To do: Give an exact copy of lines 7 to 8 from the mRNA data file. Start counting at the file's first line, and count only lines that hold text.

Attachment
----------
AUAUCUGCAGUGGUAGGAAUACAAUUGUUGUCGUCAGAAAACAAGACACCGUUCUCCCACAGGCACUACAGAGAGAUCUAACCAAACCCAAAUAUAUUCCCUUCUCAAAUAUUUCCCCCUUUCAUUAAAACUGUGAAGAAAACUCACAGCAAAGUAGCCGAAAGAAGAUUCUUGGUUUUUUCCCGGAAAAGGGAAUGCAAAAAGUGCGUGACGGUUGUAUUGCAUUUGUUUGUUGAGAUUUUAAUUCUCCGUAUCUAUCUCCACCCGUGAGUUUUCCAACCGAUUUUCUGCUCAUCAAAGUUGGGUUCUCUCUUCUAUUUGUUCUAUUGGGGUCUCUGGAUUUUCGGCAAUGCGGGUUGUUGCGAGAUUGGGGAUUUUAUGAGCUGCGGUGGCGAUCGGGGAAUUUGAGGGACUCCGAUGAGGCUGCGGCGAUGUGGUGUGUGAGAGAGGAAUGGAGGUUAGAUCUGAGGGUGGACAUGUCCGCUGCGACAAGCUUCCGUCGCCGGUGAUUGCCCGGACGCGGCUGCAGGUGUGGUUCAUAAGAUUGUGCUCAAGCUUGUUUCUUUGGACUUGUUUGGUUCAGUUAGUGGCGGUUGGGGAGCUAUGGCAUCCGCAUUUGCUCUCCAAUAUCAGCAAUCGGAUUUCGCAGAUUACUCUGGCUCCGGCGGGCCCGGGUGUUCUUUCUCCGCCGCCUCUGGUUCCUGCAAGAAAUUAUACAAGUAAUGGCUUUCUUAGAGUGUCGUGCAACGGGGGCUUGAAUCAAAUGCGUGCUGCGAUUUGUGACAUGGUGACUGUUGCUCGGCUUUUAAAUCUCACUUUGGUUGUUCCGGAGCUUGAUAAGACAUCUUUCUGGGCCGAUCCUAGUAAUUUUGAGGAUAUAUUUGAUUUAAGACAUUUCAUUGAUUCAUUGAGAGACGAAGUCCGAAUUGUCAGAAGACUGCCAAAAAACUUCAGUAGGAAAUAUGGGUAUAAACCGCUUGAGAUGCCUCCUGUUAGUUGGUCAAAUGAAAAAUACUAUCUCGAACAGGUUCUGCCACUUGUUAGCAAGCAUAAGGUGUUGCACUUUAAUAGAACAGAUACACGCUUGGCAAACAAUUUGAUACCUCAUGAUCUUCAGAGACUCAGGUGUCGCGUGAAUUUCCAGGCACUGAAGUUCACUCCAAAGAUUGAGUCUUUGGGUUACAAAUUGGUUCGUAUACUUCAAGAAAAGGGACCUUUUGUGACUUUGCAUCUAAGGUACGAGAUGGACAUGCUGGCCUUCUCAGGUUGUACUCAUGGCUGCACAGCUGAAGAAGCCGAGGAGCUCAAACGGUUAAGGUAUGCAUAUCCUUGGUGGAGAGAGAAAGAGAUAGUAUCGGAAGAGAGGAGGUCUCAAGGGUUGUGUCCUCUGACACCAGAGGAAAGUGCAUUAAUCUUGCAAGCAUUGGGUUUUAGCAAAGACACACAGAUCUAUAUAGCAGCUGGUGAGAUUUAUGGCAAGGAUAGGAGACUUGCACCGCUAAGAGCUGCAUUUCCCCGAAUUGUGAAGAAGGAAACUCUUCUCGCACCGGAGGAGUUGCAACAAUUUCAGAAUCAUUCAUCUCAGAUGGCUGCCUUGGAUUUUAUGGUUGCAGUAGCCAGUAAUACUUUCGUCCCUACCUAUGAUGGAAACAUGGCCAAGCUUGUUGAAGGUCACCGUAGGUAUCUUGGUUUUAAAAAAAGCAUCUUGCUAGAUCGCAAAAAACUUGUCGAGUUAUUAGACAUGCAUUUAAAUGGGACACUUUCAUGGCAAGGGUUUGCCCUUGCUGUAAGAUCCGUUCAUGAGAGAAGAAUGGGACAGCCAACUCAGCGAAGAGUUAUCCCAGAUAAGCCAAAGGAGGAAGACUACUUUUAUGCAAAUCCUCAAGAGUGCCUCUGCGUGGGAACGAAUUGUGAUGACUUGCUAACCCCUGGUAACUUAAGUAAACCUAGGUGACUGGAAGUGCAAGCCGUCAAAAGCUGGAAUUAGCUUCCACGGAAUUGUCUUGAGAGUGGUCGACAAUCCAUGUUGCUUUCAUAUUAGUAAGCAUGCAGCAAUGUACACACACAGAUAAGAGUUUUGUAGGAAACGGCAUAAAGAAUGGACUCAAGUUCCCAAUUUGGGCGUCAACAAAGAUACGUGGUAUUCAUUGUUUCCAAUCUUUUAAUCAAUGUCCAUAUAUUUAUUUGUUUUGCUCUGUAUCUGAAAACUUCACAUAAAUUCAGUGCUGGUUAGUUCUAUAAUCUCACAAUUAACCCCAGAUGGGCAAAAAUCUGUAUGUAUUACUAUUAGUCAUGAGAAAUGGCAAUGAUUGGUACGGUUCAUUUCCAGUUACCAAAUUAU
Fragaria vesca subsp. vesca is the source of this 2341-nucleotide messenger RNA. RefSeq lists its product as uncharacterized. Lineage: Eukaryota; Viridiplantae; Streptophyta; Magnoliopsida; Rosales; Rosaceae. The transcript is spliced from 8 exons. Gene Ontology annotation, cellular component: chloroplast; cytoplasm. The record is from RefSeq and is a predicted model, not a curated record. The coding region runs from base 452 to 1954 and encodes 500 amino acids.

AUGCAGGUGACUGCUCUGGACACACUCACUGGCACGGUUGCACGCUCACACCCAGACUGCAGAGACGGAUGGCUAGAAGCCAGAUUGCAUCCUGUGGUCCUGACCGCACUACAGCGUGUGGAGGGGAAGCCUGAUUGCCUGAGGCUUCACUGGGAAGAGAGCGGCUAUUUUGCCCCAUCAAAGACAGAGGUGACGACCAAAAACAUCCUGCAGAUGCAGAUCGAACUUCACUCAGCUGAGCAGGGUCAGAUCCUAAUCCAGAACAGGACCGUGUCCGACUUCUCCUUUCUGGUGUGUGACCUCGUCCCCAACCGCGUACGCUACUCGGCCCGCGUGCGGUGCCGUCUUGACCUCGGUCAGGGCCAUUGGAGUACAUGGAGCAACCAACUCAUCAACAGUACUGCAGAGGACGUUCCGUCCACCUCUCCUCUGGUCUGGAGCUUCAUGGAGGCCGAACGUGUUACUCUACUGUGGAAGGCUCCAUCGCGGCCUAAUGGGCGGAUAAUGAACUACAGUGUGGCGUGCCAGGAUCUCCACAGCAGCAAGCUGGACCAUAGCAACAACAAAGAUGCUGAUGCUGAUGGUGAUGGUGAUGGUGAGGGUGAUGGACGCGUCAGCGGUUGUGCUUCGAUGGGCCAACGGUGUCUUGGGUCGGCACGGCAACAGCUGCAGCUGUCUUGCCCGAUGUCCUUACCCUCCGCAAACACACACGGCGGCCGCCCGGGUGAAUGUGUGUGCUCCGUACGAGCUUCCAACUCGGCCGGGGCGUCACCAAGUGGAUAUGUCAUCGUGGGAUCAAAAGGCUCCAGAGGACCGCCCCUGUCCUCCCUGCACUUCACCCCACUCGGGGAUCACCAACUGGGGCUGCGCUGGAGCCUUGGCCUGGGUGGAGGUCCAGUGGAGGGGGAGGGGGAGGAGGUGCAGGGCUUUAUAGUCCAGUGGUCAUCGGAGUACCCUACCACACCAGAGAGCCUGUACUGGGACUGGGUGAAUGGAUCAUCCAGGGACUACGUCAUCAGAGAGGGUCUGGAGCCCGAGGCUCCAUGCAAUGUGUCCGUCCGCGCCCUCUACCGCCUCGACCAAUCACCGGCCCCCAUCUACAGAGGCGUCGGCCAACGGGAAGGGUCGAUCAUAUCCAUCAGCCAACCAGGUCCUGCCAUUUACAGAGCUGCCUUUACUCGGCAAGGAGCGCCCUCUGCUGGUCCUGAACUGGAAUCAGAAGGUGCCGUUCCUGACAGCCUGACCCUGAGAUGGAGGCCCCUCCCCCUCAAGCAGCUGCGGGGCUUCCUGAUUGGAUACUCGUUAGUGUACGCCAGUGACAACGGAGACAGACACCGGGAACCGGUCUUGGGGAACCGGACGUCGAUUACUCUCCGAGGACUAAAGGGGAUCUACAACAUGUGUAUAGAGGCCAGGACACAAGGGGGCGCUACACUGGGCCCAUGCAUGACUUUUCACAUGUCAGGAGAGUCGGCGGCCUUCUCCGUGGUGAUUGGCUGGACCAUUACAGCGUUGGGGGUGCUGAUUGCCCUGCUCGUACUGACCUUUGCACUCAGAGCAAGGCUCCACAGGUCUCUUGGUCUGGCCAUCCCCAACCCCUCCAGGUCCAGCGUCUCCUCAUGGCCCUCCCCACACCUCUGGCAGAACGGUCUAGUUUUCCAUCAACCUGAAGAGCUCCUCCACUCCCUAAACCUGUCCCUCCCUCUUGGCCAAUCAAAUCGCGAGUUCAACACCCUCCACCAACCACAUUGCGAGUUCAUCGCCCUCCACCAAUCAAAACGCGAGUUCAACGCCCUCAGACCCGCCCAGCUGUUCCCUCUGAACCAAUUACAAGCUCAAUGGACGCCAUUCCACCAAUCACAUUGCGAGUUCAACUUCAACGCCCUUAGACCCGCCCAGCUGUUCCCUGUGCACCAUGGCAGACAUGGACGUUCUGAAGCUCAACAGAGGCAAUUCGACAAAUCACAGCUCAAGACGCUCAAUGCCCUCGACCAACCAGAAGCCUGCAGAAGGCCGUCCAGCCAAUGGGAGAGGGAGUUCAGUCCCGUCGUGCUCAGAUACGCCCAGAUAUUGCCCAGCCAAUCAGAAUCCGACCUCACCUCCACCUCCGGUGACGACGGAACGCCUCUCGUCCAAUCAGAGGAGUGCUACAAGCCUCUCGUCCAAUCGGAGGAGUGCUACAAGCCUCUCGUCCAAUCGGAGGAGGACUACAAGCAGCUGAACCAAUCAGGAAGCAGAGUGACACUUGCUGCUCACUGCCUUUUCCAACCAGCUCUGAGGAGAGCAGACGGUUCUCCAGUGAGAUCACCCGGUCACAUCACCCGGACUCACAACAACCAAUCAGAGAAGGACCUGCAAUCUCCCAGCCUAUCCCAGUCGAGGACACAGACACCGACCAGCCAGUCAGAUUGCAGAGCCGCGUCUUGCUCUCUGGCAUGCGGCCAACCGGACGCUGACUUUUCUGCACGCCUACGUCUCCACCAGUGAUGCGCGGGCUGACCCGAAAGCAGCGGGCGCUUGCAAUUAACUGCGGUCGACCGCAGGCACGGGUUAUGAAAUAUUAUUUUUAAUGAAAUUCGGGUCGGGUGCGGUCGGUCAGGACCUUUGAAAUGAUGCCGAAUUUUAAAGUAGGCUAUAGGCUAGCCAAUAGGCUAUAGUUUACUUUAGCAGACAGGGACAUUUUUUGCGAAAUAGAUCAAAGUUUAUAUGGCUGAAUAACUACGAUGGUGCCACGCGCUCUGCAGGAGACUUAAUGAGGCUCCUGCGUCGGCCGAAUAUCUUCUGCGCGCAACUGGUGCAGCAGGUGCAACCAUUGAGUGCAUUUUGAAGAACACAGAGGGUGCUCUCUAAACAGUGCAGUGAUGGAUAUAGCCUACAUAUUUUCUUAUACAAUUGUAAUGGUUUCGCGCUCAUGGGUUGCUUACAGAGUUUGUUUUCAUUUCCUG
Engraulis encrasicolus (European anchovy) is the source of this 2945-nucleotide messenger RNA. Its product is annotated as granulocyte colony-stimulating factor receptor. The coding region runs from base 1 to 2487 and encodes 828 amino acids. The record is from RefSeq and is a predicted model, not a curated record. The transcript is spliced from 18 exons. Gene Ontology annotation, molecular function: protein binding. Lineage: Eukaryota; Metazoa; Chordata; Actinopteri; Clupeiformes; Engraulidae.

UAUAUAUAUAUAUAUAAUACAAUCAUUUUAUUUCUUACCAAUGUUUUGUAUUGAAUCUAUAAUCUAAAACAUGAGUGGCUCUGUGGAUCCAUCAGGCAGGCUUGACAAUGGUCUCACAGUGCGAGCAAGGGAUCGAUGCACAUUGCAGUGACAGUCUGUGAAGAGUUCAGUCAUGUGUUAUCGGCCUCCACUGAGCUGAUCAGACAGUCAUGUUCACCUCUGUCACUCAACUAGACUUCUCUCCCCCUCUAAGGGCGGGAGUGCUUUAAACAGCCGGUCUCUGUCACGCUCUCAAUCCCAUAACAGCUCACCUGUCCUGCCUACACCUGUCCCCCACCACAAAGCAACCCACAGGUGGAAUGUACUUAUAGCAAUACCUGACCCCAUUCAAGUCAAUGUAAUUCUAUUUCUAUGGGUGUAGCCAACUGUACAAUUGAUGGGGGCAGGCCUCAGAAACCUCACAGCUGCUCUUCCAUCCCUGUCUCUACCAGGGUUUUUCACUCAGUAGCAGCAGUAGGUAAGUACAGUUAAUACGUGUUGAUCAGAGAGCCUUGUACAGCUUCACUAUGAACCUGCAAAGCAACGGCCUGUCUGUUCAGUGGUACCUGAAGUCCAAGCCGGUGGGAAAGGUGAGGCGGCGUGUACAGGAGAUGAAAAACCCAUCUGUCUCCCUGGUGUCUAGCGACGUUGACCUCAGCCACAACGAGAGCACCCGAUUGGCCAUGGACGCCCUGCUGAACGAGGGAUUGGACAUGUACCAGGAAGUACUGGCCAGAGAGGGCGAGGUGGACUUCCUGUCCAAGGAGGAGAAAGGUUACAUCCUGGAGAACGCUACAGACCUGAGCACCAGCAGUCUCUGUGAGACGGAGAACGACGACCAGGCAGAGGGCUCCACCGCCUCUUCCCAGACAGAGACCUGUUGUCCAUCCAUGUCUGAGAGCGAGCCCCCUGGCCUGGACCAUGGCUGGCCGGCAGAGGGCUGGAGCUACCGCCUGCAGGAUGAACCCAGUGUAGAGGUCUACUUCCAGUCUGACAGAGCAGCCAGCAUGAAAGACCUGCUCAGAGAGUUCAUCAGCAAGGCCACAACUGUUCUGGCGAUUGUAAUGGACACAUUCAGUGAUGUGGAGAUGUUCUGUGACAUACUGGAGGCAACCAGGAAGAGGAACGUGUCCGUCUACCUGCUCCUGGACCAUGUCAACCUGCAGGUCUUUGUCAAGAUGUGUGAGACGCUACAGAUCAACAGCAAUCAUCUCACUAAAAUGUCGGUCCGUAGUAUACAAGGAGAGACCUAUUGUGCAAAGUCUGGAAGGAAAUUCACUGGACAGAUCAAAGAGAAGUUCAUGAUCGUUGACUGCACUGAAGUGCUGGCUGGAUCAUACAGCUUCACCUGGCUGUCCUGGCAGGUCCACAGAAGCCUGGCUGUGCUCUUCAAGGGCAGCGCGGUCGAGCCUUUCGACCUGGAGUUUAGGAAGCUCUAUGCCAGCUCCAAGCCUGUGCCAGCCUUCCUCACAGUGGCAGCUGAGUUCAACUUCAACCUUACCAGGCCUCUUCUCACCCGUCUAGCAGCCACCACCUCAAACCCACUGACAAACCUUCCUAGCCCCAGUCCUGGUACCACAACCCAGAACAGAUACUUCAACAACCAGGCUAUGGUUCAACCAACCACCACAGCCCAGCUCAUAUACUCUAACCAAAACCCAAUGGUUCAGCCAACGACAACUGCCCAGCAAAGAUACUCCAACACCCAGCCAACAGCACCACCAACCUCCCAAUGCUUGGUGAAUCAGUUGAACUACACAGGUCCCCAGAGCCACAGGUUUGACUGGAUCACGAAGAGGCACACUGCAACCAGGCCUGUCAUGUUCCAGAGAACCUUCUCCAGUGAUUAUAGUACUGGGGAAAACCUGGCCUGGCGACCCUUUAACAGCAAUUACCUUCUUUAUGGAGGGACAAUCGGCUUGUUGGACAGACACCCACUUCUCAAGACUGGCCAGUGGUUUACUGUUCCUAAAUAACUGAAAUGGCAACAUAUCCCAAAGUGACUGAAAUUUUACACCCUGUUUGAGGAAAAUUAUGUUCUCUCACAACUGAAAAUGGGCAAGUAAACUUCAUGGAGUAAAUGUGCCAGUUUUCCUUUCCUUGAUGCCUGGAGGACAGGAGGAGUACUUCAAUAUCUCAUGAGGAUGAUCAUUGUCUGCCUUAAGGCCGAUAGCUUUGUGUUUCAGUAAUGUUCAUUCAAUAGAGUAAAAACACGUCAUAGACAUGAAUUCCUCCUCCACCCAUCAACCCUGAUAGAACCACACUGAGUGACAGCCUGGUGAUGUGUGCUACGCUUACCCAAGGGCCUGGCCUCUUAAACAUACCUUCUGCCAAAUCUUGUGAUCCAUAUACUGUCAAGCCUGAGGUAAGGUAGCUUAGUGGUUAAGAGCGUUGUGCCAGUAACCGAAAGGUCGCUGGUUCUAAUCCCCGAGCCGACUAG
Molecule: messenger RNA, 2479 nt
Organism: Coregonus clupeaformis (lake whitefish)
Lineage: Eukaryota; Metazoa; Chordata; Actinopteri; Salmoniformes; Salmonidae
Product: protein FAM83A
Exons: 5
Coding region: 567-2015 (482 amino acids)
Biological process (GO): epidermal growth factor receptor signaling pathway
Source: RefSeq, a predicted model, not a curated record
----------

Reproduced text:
Organism: Coregonus clupeaformis (lake whitefish)
Lineage: Eukaryota; Metazoa; Chordata; Actinopteri; Salmoniformes; Salmonidae